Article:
Posts Tagged ‘red kite’

Woburn Red KiteI count myself fortunate to have witnessed the re-establishment of Red Kites in this part of Bedfordshire.  I saw the first one here only a few years ago, and it was a real event for me.  Now, while not exactly abundant, they are more common.  There have been times over the summer when I’ve watched a kite from the comfort of my sofa through the french windows.  However, we’ve recently discovered a spot not too far away where you can see the Red Kites almost on demand.  It’s only in one small localised area, and it’s a great example of how habitat and food availability shapes the distribution of a species.  I’ll explain.

We’ve recently got a season ticket for Woburn Safari Park.  It’s on our doorstep, they offer a good deal on an annual ‘toddler pass’ and Scarlett is old enough now to appreciate the animals (and the indoor play area).  It means I can go with Scarlett to the library on a Saturday morning and drive home through the safari park, just for the fun of it.  The carnivore enclosure is always a favourite, with bears, wolves, tigers, lions – and Red Kites.

Yes, the kites seem to have taken up residence here.  On my last visit there were three of them, circling and swooping low over the park.  Why do they gather at this spot, and not anywhere else in the vicinity?  Here’s a clue:

Wolf with meat

The wolf has just picked up its breakfast.  The animals in this part of the park are fed on meat – it’s the carnivore enclosure.  Red Kites are carrion feeders.  Obviously the wolves and bears and lions leave enough scraps for the kites to feed on.  They’ve found a regular source of food and are making the most of it, hence we’ve got a concentration of them in this small area, whilst my house (which is no distance at all away for a kite) gets relatively few.

It seems a bit odd to have to go to a safari park to see a wild bird, but it shows that nature finds a way, and it has helped me to get my best picture of a Red Kite so far.  I did have to take it through the car window though – getting out for a closer view wasn’t really an option…

Wolf - looking menacing

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‘Nature is lavish with her riches for those who have eyes to see’

Charles Tunnicliffe


Bedfordshire Sunrise - red sky in the morning, shepherd's warning

Bedfordshire Sunrise - red sky in the morning, shepherd's warning

It was as if Bedfordshire was fighting back, making a point about my birdwatching trips to other parts of the country.  It was saying ‘look – we have birds here too!’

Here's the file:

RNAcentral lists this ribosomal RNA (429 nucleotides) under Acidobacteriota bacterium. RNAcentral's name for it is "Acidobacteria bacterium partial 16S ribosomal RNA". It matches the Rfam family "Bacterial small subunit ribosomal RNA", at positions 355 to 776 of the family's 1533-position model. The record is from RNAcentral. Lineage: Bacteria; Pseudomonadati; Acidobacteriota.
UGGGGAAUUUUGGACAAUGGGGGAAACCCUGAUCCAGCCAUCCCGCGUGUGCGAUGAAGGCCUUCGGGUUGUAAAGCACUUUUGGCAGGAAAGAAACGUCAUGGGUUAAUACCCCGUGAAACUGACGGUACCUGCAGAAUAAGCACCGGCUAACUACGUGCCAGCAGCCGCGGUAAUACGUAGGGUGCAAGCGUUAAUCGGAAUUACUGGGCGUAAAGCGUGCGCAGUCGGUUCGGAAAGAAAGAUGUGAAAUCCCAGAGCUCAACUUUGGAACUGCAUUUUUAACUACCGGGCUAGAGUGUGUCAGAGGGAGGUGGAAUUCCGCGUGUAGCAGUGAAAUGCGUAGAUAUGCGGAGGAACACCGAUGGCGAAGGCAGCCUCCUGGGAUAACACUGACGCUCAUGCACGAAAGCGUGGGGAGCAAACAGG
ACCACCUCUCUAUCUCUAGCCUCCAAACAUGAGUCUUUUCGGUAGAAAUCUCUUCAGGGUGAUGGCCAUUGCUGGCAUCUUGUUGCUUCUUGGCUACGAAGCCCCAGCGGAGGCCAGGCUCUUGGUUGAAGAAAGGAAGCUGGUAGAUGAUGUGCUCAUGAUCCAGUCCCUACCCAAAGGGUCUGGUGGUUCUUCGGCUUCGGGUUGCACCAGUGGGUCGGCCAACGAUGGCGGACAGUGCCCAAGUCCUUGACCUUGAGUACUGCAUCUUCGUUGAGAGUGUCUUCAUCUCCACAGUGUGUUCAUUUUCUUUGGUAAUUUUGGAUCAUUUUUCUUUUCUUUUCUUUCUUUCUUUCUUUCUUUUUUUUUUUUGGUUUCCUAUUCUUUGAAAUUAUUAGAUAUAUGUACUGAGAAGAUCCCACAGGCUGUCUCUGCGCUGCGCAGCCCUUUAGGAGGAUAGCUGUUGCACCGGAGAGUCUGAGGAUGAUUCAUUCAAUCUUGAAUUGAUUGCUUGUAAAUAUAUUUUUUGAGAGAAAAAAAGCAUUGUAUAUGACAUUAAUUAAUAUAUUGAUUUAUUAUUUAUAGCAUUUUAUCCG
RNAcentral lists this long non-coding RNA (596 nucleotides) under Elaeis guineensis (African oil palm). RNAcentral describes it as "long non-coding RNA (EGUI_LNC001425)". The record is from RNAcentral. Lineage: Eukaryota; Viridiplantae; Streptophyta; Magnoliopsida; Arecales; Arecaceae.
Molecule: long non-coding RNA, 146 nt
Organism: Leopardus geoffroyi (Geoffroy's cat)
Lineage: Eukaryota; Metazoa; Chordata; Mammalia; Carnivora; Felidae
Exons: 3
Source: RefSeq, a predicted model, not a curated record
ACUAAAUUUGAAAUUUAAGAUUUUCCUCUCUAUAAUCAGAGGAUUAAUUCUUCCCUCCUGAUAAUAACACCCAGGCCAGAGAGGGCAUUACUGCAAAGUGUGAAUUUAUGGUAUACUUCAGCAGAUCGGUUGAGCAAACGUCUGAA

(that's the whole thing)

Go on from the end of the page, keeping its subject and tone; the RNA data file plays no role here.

I’ve had a thing about Red Kites for a while, ever since I saw my first one in Bedfordshire a couple of years ago.  They’re a real success story – a bird driven to the edge of extinction, clinging on as a few pairs in Mid-Wales, only to be re-introduced and make a real comeback in England.

The Kites we have here won’t be from the original Welsh stock, they’ll be outliers from the Chilterns, where they’re almost as common as Sparrows.  Nevertheless, it is good to see them spreading our way.  I can watch them as they re-colonise the countryside.

Bedfordshire Red Kite

Bedfordshire Red Kite

I’ve been trying to get a picture of one of our local Kites for ages, but they’ve always managed to elude me for one reason and another.  Until this morning, that is.  I took Scarlett to the nursery at 8.00am and drove home along the back lanes.  There, above me, a pair of Red Kites was cavorting on the breeze.  Now, as chance would have it I had my camera in the car – I’d brought it along to photograph the sunrise.  I pulled over onto the verge, wound down the window and got off a few quick snaps.

And there you have it.  My first picture of a Bedfordshire Red Kite.  You can just about make out the white bars on the wings, but the silhouette and the forked tail are unmistakable.  Maybe I should carry the camera in the car more often…

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It’s always the way.  You wait for ages for one Red Kite, and then three turn up at once.

On  Sunday I got up early, packed up a flask of tea and some food, and went out for an early stroll and a picnic breakfast.  I sat under the big oak tree and looked across the valley, drinking tea and watching the antics of a Chinese Water Deer in the field below.

At 7.40am three Red Kites rose up from the woods on the other side of the valley.  They circled slowly, gaining height, and then soared away in different directions.  Within five minutes the valley was empty again.